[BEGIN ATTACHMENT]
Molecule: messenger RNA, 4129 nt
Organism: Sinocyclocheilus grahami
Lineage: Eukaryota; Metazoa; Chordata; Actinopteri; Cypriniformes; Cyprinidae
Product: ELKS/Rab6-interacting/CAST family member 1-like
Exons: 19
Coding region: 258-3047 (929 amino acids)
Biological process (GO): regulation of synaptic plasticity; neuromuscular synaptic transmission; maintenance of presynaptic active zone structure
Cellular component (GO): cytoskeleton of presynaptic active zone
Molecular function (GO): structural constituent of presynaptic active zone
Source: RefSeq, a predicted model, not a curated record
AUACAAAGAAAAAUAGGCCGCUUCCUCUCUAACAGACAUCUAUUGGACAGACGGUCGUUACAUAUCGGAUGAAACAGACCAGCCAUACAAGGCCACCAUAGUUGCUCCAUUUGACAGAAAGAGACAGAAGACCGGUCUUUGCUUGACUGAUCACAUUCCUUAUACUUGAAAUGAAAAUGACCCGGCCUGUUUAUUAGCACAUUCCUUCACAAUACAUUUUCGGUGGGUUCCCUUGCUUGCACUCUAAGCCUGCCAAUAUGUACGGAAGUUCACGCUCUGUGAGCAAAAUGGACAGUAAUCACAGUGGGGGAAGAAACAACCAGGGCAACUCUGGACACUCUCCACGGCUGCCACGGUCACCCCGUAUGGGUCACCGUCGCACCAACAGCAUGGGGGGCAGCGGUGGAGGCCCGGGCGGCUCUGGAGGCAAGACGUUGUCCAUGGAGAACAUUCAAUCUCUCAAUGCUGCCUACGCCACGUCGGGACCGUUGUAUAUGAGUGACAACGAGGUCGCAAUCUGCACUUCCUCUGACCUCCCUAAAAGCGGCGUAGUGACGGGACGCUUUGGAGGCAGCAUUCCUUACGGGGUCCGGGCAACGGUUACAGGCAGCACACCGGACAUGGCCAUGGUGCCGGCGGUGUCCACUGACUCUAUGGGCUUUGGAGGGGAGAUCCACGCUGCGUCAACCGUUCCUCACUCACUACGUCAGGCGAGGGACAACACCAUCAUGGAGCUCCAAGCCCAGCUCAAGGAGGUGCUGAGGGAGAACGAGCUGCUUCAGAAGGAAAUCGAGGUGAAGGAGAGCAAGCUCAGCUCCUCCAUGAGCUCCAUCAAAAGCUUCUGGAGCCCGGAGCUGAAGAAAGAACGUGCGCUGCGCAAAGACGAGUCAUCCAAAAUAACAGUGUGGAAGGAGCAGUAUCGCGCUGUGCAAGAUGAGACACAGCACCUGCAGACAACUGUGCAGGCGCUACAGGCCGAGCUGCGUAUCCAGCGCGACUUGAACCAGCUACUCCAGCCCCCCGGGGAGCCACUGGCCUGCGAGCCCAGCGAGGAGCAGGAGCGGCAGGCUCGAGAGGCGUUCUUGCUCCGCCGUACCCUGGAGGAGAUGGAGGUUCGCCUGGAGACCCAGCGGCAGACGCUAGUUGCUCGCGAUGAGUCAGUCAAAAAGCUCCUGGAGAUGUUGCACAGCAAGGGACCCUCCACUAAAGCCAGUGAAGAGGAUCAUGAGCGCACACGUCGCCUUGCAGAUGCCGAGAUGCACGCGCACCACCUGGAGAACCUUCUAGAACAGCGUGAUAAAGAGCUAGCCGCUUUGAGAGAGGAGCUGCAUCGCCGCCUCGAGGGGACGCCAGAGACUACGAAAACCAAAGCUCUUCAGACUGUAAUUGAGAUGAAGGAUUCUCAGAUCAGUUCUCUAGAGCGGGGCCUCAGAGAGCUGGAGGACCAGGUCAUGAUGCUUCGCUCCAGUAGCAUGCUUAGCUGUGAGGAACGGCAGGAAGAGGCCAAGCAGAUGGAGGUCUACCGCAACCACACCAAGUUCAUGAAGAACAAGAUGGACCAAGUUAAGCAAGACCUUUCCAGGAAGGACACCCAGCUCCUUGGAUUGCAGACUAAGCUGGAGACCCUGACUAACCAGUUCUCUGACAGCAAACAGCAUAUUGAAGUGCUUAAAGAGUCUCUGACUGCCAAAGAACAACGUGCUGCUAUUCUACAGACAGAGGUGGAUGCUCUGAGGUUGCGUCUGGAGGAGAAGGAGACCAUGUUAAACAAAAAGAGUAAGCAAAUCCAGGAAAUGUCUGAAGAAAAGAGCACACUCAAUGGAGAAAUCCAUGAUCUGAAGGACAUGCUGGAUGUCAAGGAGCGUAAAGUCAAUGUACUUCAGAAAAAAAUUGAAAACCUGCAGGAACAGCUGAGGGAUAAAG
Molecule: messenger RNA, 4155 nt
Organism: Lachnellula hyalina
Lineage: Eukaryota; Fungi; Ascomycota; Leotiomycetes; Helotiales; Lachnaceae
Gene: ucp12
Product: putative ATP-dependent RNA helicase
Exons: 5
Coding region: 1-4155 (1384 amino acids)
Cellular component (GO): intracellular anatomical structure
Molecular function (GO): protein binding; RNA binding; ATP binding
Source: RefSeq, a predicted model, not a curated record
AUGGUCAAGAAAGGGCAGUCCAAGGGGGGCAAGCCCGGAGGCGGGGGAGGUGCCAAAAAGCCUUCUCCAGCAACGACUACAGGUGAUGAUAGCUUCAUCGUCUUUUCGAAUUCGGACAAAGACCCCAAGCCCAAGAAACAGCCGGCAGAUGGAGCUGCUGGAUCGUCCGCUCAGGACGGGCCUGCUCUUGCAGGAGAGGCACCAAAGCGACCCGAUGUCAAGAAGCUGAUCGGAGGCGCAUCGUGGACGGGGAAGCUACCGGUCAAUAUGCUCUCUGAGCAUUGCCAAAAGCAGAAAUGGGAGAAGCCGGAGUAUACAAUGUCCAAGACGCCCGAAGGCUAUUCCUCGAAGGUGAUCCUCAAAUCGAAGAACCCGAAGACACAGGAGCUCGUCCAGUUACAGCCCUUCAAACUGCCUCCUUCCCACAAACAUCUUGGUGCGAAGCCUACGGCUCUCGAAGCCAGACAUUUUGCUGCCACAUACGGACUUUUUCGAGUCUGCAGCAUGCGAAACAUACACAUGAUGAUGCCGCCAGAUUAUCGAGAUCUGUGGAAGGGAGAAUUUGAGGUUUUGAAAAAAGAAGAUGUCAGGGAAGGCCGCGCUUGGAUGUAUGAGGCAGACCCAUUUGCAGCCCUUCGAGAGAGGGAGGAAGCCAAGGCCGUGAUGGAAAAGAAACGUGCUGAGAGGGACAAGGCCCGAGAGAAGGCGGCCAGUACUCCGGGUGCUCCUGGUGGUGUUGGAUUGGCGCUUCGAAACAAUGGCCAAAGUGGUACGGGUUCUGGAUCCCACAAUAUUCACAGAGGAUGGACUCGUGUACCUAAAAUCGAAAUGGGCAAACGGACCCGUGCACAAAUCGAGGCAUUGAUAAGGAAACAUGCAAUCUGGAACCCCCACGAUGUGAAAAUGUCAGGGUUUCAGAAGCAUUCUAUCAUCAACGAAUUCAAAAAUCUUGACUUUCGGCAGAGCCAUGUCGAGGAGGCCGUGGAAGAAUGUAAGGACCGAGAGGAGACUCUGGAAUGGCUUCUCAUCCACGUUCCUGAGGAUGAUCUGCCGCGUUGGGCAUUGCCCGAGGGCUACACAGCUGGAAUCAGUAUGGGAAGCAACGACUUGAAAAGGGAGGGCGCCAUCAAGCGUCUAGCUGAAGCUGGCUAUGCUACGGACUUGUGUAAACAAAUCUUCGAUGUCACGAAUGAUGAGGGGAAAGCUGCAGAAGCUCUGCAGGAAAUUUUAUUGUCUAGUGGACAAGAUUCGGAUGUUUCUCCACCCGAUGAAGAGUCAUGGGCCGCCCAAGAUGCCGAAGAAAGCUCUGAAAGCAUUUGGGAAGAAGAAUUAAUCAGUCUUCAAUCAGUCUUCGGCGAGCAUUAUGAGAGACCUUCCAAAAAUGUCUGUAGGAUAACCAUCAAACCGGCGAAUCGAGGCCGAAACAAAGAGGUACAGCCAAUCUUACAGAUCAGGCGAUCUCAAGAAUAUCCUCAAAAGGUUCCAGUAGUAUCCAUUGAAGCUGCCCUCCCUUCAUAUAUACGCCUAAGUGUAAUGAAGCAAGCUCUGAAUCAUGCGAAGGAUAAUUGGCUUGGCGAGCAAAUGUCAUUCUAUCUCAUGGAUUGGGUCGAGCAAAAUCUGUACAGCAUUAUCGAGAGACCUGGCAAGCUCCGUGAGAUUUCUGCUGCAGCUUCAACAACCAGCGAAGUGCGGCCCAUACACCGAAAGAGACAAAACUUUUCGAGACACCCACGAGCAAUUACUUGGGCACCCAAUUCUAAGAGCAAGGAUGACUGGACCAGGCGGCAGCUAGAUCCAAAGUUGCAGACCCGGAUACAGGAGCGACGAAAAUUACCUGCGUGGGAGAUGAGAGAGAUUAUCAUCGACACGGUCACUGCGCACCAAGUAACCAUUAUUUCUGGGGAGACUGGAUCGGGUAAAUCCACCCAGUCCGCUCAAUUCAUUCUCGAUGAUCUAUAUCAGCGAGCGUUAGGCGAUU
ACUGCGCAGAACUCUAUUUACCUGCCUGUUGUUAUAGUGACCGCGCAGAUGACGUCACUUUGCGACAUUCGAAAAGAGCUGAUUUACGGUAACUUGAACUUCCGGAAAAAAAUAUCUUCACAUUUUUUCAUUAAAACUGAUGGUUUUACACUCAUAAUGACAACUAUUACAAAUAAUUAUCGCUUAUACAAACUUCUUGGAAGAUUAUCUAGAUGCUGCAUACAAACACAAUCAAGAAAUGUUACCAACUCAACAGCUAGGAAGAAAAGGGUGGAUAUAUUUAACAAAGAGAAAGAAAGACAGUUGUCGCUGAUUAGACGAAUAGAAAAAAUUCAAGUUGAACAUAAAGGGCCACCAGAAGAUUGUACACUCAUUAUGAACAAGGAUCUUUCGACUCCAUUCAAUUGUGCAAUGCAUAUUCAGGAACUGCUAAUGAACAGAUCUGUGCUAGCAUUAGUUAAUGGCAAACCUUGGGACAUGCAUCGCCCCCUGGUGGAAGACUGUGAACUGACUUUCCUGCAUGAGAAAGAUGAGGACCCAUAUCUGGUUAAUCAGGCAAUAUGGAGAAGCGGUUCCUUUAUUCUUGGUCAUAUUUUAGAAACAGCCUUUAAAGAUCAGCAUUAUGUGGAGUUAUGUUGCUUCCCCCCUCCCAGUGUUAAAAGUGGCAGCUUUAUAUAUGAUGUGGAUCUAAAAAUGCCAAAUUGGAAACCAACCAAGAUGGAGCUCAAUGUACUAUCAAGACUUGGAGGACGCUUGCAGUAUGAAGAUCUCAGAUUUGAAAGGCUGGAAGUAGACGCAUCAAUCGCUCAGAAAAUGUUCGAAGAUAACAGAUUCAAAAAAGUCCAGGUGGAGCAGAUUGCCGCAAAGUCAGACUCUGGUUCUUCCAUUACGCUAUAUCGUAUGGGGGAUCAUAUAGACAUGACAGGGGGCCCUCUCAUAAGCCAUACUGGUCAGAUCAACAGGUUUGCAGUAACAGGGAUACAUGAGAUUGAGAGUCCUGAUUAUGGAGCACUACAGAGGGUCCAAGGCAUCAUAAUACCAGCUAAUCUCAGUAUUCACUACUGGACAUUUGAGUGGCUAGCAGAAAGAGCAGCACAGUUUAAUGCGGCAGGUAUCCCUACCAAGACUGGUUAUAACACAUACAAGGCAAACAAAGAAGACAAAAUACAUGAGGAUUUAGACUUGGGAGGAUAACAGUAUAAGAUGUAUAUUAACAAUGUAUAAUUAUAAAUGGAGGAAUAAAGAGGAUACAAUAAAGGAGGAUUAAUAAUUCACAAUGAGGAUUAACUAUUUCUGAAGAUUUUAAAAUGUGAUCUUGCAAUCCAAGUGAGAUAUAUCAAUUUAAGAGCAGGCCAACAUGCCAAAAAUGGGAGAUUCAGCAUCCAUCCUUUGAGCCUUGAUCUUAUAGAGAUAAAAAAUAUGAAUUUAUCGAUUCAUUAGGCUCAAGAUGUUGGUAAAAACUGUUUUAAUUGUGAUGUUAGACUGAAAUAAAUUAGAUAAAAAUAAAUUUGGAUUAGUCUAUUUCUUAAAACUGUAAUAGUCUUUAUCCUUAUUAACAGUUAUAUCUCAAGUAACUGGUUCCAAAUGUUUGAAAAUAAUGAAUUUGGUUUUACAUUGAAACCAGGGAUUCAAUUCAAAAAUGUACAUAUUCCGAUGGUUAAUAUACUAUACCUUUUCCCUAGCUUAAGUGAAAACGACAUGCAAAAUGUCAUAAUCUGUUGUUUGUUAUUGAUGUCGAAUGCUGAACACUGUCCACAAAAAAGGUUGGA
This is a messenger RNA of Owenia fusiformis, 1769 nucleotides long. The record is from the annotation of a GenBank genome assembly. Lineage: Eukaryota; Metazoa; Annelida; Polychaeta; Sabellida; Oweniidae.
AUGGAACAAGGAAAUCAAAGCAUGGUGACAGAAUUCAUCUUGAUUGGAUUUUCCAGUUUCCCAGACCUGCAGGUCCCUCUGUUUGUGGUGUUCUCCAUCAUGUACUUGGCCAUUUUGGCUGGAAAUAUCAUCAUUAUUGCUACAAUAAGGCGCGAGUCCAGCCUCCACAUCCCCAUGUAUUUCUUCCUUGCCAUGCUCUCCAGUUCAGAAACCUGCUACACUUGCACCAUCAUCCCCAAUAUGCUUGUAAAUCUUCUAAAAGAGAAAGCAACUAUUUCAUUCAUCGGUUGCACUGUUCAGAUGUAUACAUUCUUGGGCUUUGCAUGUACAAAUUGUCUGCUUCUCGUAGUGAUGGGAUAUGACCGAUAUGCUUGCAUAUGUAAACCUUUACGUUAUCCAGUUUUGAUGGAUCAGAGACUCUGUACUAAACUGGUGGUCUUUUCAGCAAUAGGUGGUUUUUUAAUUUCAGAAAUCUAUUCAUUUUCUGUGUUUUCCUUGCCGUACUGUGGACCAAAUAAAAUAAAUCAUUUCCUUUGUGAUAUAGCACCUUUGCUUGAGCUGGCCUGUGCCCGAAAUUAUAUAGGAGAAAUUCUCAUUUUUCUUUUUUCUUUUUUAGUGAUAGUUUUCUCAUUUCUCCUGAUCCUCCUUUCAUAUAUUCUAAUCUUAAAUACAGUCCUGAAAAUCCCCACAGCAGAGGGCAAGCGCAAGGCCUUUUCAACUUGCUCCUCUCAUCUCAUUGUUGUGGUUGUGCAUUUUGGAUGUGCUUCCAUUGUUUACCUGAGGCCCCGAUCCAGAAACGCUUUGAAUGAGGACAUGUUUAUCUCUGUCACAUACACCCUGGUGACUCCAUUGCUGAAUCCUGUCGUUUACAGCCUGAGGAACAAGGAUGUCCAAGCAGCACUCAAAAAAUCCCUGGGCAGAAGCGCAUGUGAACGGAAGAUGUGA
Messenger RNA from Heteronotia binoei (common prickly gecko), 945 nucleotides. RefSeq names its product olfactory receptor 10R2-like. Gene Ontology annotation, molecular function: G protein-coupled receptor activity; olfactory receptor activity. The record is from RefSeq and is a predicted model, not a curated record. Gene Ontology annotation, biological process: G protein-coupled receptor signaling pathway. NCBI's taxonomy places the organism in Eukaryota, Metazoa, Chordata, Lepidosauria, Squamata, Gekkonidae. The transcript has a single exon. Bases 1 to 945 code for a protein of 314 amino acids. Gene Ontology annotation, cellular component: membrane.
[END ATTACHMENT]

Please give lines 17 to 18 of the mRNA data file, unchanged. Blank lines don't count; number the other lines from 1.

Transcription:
Exons: 5
Coding region: 1-4155 (1384 amino acids)